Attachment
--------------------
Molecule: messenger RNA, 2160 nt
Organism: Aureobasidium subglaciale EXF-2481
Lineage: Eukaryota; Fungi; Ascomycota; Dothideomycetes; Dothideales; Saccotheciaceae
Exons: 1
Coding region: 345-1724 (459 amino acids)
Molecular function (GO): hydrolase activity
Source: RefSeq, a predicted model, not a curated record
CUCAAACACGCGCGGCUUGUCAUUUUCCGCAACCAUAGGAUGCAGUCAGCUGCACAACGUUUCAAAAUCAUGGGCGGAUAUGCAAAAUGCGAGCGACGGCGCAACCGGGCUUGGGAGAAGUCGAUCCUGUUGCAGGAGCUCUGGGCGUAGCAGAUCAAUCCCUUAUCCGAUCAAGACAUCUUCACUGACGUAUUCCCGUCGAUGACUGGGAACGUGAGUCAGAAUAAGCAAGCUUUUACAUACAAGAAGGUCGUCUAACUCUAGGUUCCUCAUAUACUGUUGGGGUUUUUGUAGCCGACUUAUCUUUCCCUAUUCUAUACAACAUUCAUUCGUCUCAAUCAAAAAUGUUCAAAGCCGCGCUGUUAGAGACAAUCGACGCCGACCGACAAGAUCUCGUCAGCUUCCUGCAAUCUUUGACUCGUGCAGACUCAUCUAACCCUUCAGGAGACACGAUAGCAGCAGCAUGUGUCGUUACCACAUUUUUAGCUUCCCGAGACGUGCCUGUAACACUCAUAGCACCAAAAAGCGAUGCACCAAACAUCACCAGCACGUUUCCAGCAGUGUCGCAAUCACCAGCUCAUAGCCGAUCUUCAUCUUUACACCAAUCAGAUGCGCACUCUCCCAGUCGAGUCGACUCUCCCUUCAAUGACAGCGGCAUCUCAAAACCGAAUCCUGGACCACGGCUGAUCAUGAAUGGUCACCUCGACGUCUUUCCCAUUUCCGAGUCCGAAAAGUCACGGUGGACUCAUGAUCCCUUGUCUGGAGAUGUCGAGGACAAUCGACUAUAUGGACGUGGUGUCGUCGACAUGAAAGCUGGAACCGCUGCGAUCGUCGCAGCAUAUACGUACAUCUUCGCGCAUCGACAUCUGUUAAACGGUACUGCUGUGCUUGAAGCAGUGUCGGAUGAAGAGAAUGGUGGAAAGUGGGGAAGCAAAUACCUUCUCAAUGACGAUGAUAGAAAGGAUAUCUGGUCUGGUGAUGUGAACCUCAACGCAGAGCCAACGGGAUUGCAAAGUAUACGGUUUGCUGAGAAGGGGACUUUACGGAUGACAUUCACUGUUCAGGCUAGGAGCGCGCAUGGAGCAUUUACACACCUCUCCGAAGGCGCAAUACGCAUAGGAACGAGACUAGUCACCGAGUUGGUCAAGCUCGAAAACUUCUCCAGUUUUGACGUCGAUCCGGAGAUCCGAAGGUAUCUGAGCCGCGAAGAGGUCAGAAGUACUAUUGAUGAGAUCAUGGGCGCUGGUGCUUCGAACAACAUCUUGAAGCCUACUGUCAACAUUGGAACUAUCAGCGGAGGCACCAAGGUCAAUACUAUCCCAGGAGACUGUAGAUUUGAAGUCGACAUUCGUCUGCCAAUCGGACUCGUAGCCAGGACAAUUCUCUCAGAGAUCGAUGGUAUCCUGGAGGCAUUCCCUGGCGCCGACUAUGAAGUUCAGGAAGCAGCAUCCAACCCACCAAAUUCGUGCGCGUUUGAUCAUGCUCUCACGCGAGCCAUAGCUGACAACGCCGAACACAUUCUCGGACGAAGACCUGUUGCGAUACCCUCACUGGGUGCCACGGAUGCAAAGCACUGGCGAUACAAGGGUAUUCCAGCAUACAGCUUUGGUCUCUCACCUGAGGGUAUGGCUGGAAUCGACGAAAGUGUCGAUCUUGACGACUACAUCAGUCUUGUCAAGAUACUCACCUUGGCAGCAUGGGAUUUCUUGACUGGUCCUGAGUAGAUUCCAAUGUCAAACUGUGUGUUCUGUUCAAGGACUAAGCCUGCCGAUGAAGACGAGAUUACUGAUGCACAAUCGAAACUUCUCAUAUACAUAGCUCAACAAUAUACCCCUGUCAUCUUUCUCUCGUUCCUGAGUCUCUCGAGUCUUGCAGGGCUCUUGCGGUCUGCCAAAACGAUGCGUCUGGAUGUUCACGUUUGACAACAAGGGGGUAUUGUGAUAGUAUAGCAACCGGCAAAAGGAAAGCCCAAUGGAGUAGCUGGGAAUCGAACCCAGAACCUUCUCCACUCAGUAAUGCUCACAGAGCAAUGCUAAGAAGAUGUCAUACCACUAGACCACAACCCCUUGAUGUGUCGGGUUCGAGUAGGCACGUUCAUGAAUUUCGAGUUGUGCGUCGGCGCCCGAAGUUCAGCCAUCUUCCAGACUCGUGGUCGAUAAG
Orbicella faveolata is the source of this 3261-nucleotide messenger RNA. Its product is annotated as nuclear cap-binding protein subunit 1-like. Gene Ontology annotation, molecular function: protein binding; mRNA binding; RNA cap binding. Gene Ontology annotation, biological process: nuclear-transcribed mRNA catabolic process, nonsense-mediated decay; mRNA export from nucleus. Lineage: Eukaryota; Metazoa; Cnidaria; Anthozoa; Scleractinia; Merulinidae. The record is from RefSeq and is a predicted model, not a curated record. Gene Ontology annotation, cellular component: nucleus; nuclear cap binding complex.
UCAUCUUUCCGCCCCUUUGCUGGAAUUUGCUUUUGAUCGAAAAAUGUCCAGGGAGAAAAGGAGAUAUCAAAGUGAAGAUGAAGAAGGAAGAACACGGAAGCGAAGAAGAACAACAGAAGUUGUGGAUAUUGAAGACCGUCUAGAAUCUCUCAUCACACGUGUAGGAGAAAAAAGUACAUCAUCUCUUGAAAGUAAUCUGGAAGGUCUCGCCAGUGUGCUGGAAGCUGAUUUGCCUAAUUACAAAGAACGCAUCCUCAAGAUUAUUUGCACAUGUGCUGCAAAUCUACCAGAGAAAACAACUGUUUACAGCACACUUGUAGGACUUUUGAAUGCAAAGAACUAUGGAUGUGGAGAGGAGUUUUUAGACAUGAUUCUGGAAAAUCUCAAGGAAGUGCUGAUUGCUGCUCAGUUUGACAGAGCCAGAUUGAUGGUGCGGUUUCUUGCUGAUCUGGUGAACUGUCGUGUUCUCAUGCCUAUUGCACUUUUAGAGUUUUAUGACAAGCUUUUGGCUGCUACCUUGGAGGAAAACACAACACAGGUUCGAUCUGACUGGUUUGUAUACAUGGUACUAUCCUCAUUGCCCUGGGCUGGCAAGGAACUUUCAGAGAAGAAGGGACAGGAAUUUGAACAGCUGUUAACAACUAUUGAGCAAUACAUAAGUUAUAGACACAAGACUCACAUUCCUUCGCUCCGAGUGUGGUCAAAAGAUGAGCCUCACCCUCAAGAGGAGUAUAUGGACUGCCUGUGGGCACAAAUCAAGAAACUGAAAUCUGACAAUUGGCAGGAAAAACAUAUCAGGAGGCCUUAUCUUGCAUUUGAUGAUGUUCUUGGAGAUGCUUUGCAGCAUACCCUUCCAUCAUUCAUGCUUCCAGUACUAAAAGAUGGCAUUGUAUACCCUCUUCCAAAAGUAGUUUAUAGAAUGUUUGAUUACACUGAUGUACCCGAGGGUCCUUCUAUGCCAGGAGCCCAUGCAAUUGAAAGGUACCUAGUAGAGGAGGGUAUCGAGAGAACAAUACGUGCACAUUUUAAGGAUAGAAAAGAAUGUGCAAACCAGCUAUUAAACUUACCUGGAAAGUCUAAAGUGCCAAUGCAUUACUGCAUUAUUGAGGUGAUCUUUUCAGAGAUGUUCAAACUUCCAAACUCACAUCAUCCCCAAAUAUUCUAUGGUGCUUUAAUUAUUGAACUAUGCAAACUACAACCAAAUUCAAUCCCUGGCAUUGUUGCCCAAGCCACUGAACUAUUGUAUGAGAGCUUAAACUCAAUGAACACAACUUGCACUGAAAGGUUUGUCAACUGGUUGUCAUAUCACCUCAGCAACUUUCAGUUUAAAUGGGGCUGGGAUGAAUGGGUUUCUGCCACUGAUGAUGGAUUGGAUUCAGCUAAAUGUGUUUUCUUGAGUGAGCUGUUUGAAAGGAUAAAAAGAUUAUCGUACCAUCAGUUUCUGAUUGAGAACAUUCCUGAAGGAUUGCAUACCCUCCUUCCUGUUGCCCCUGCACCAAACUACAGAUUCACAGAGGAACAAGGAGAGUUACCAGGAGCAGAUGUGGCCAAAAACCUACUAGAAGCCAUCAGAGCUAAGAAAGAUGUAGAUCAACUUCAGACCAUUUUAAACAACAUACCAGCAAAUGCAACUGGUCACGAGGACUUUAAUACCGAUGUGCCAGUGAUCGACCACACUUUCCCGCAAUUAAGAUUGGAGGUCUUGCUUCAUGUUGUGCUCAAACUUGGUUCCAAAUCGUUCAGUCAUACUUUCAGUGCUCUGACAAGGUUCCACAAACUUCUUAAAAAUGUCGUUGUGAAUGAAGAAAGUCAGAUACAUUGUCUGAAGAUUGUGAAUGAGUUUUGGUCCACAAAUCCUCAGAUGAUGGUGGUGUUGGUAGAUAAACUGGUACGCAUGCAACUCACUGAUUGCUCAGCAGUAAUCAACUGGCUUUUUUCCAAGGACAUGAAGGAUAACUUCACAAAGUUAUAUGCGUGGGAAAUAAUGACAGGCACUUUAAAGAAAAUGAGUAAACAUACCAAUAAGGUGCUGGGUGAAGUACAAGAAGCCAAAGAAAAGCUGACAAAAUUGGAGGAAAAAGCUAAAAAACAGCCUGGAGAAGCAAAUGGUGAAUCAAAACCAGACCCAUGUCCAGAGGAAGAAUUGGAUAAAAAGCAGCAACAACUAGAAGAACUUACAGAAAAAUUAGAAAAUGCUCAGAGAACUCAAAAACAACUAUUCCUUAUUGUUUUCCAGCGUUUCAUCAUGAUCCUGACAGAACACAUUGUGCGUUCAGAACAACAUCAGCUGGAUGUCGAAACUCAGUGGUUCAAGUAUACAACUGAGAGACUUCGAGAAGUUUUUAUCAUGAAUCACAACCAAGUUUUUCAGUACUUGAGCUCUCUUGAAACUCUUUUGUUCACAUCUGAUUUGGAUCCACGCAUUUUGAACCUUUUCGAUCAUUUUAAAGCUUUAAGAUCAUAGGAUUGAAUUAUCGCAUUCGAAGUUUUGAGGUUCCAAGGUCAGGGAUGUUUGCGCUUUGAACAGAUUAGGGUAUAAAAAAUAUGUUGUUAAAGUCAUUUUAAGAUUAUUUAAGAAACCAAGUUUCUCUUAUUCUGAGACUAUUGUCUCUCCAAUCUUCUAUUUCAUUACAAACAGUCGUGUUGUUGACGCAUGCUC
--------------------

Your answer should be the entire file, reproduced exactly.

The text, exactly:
Molecule: messenger RNA, 2160 nt
Organism: Aureobasidium subglaciale EXF-2481
Lineage: Eukaryota; Fungi; Ascomycota; Dothideomycetes; Dothideales; Saccotheciaceae
Exons: 1
Coding region: 345-1724 (459 amino acids)
Molecular function (GO): hydrolase activity
Source: RefSeq, a predicted model, not a curated record
CUCAAACACGCGCGGCUUGUCAUUUUCCGCAACCAUAGGAUGCAGUCAGCUGCACAACGUUUCAAAAUCAUGGGCGGAUAUGCAAAAUGCGAGCGACGGCGCAACCGGGCUUGGGAGAAGUCGAUCCUGUUGCAGGAGCUCUGGGCGUAGCAGAUCAAUCCCUUAUCCGAUCAAGACAUCUUCACUGACGUAUUCCCGUCGAUGACUGGGAACGUGAGUCAGAAUAAGCAAGCUUUUACAUACAAGAAGGUCGUCUAACUCUAGGUUCCUCAUAUACUGUUGGGGUUUUUGUAGCCGACUUAUCUUUCCCUAUUCUAUACAACAUUCAUUCGUCUCAAUCAAAAAUGUUCAAAGCCGCGCUGUUAGAGACAAUCGACGCCGACCGACAAGAUCUCGUCAGCUUCCUGCAAUCUUUGACUCGUGCAGACUCAUCUAACCCUUCAGGAGACACGAUAGCAGCAGCAUGUGUCGUUACCACAUUUUUAGCUUCCCGAGACGUGCCUGUAACACUCAUAGCACCAAAAAGCGAUGCACCAAACAUCACCAGCACGUUUCCAGCAGUGUCGCAAUCACCAGCUCAUAGCCGAUCUUCAUCUUUACACCAAUCAGAUGCGCACUCUCCCAGUCGAGUCGACUCUCCCUUCAAUGACAGCGGCAUCUCAAAACCGAAUCCUGGACCACGGCUGAUCAUGAAUGGUCACCUCGACGUCUUUCCCAUUUCCGAGUCCGAAAAGUCACGGUGGACUCAUGAUCCCUUGUCUGGAGAUGUCGAGGACAAUCGACUAUAUGGACGUGGUGUCGUCGACAUGAAAGCUGGAACCGCUGCGAUCGUCGCAGCAUAUACGUACAUCUUCGCGCAUCGACAUCUGUUAAACGGUACUGCUGUGCUUGAAGCAGUGUCGGAUGAAGAGAAUGGUGGAAAGUGGGGAAGCAAAUACCUUCUCAAUGACGAUGAUAGAAAGGAUAUCUGGUCUGGUGAUGUGAACCUCAACGCAGAGCCAACGGGAUUGCAAAGUAUACGGUUUGCUGAGAAGGGGACUUUACGGAUGACAUUCACUGUUCAGGCUAGGAGCGCGCAUGGAGCAUUUACACACCUCUCCGAAGGCGCAAUACGCAUAGGAACGAGACUAGUCACCGAGUUGGUCAAGCUCGAAAACUUCUCCAGUUUUGACGUCGAUCCGGAGAUCCGAAGGUAUCUGAGCCGCGAAGAGGUCAGAAGUACUAUUGAUGAGAUCAUGGGCGCUGGUGCUUCGAACAACAUCUUGAAGCCUACUGUCAACAUUGGAACUAUCAGCGGAGGCACCAAGGUCAAUACUAUCCCAGGAGACUGUAGAUUUGAAGUCGACAUUCGUCUGCCAAUCGGACUCGUAGCCAGGACAAUUCUCUCAGAGAUCGAUGGUAUCCUGGAGGCAUUCCCUGGCGCCGACUAUGAAGUUCAGGAAGCAGCAUCCAACCCACCAAAUUCGUGCGCGUUUGAUCAUGCUCUCACGCGAGCCAUAGCUGACAACGCCGAACACAUUCUCGGACGAAGACCUGUUGCGAUACCCUCACUGGGUGCCACGGAUGCAAAGCACUGGCGAUACAAGGGUAUUCCAGCAUACAGCUUUGGUCUCUCACCUGAGGGUAUGGCUGGAAUCGACGAAAGUGUCGAUCUUGACGACUACAUCAGUCUUGUCAAGAUACUCACCUUGGCAGCAUGGGAUUUCUUGACUGGUCCUGAGUAGAUUCCAAUGUCAAACUGUGUGUUCUGUUCAAGGACUAAGCCUGCCGAUGAAGACGAGAUUACUGAUGCACAAUCGAAACUUCUCAUAUACAUAGCUCAACAAUAUACCCCUGUCAUCUUUCUCUCGUUCCUGAGUCUCUCGAGUCUUGCAGGGCUCUUGCGGUCUGCCAAAACGAUGCGUCUGGAUGUUCACGUUUGACAACAAGGGGGUAUUGUGAUAGUAUAGCAACCGGCAAAAGGAAAGCCCAAUGGAGUAGCUGGGAAUCGAACCCAGAACCUUCUCCACUCAGUAAUGCUCACAGAGCAAUGCUAAGAAGAUGUCAUACCACUAGACCACAACCCCUUGAUGUGUCGGGUUCGAGUAGGCACGUUCAUGAAUUUCGAGUUGUGCGUCGGCGCCCGAAGUUCAGCCAUCUUCCAGACUCGUGGUCGAUAAG
Orbicella faveolata is the source of this 3261-nucleotide messenger RNA. Its product is annotated as nuclear cap-binding protein subunit 1-like. Gene Ontology annotation, molecular function: protein binding; mRNA binding; RNA cap binding. Gene Ontology annotation, biological process: nuclear-transcribed mRNA catabolic process, nonsense-mediated decay; mRNA export from nucleus. Lineage: Eukaryota; Metazoa; Cnidaria; Anthozoa; Scleractinia; Merulinidae. The record is from RefSeq and is a predicted model, not a curated record. Gene Ontology annotation, cellular component: nucleus; nuclear cap binding complex.
UCAUCUUUCCGCCCCUUUGCUGGAAUUUGCUUUUGAUCGAAAAAUGUCCAGGGAGAAAAGGAGAUAUCAAAGUGAAGAUGAAGAAGGAAGAACACGGAAGCGAAGAAGAACAACAGAAGUUGUGGAUAUUGAAGACCGUCUAGAAUCUCUCAUCACACGUGUAGGAGAAAAAAGUACAUCAUCUCUUGAAAGUAAUCUGGAAGGUCUCGCCAGUGUGCUGGAAGCUGAUUUGCCUAAUUACAAAGAACGCAUCCUCAAGAUUAUUUGCACAUGUGCUGCAAAUCUACCAGAGAAAACAACUGUUUACAGCACACUUGUAGGACUUUUGAAUGCAAAGAACUAUGGAUGUGGAGAGGAGUUUUUAGACAUGAUUCUGGAAAAUCUCAAGGAAGUGCUGAUUGCUGCUCAGUUUGACAGAGCCAGAUUGAUGGUGCGGUUUCUUGCUGAUCUGGUGAACUGUCGUGUUCUCAUGCCUAUUGCACUUUUAGAGUUUUAUGACAAGCUUUUGGCUGCUACCUUGGAGGAAAACACAACACAGGUUCGAUCUGACUGGUUUGUAUACAUGGUACUAUCCUCAUUGCCCUGGGCUGGCAAGGAACUUUCAGAGAAGAAGGGACAGGAAUUUGAACAGCUGUUAACAACUAUUGAGCAAUACAUAAGUUAUAGACACAAGACUCACAUUCCUUCGCUCCGAGUGUGGUCAAAAGAUGAGCCUCACCCUCAAGAGGAGUAUAUGGACUGCCUGUGGGCACAAAUCAAGAAACUGAAAUCUGACAAUUGGCAGGAAAAACAUAUCAGGAGGCCUUAUCUUGCAUUUGAUGAUGUUCUUGGAGAUGCUUUGCAGCAUACCCUUCCAUCAUUCAUGCUUCCAGUACUAAAAGAUGGCAUUGUAUACCCUCUUCCAAAAGUAGUUUAUAGAAUGUUUGAUUACACUGAUGUACCCGAGGGUCCUUCUAUGCCAGGAGCCCAUGCAAUUGAAAGGUACCUAGUAGAGGAGGGUAUCGAGAGAACAAUACGUGCACAUUUUAAGGAUAGAAAAGAAUGUGCAAACCAGCUAUUAAACUUACCUGGAAAGUCUAAAGUGCCAAUGCAUUACUGCAUUAUUGAGGUGAUCUUUUCAGAGAUGUUCAAACUUCCAAACUCACAUCAUCCCCAAAUAUUCUAUGGUGCUUUAAUUAUUGAACUAUGCAAACUACAACCAAAUUCAAUCCCUGGCAUUGUUGCCCAAGCCACUGAACUAUUGUAUGAGAGCUUAAACUCAAUGAACACAACUUGCACUGAAAGGUUUGUCAACUGGUUGUCAUAUCACCUCAGCAACUUUCAGUUUAAAUGGGGCUGGGAUGAAUGGGUUUCUGCCACUGAUGAUGGAUUGGAUUCAGCUAAAUGUGUUUUCUUGAGUGAGCUGUUUGAAAGGAUAAAAAGAUUAUCGUACCAUCAGUUUCUGAUUGAGAACAUUCCUGAAGGAUUGCAUACCCUCCUUCCUGUUGCCCCUGCACCAAACUACAGAUUCACAGAGGAACAAGGAGAGUUACCAGGAGCAGAUGUGGCCAAAAACCUACUAGAAGCCAUCAGAGCUAAGAAAGAUGUAGAUCAACUUCAGACCAUUUUAAACAACAUACCAGCAAAUGCAACUGGUCACGAGGACUUUAAUACCGAUGUGCCAGUGAUCGACCACACUUUCCCGCAAUUAAGAUUGGAGGUCUUGCUUCAUGUUGUGCUCAAACUUGGUUCCAAAUCGUUCAGUCAUACUUUCAGUGCUCUGACAAGGUUCCACAAACUUCUUAAAAAUGUCGUUGUGAAUGAAGAAAGUCAGAUACAUUGUCUGAAGAUUGUGAAUGAGUUUUGGUCCACAAAUCCUCAGAUGAUGGUGGUGUUGGUAGAUAAACUGGUACGCAUGCAACUCACUGAUUGCUCAGCAGUAAUCAACUGGCUUUUUUCCAAGGACAUGAAGGAUAACUUCACAAAGUUAUAUGCGUGGGAAAUAAUGACAGGCACUUUAAAGAAAAUGAGUAAACAUACCAAUAAGGUGCUGGGUGAAGUACAAGAAGCCAAAGAAAAGCUGACAAAAUUGGAGGAAAAAGCUAAAAAACAGCCUGGAGAAGCAAAUGGUGAAUCAAAACCAGACCCAUGUCCAGAGGAAGAAUUGGAUAAAAAGCAGCAACAACUAGAAGAACUUACAGAAAAAUUAGAAAAUGCUCAGAGAACUCAAAAACAACUAUUCCUUAUUGUUUUCCAGCGUUUCAUCAUGAUCCUGACAGAACACAUUGUGCGUUCAGAACAACAUCAGCUGGAUGUCGAAACUCAGUGGUUCAAGUAUACAACUGAGAGACUUCGAGAAGUUUUUAUCAUGAAUCACAACCAAGUUUUUCAGUACUUGAGCUCUCUUGAAACUCUUUUGUUCACAUCUGAUUUGGAUCCACGCAUUUUGAACCUUUUCGAUCAUUUUAAAGCUUUAAGAUCAUAGGAUUGAAUUAUCGCAUUCGAAGUUUUGAGGUUCCAAGGUCAGGGAUGUUUGCGCUUUGAACAGAUUAGGGUAUAAAAAAUAUGUUGUUAAAGUCAUUUUAAGAUUAUUUAAGAAACCAAGUUUCUCUUAUUCUGAGACUAUUGUCUCUCCAAUCUUCUAUUUCAUUACAAACAGUCGUGUUGUUGACGCAUGCUC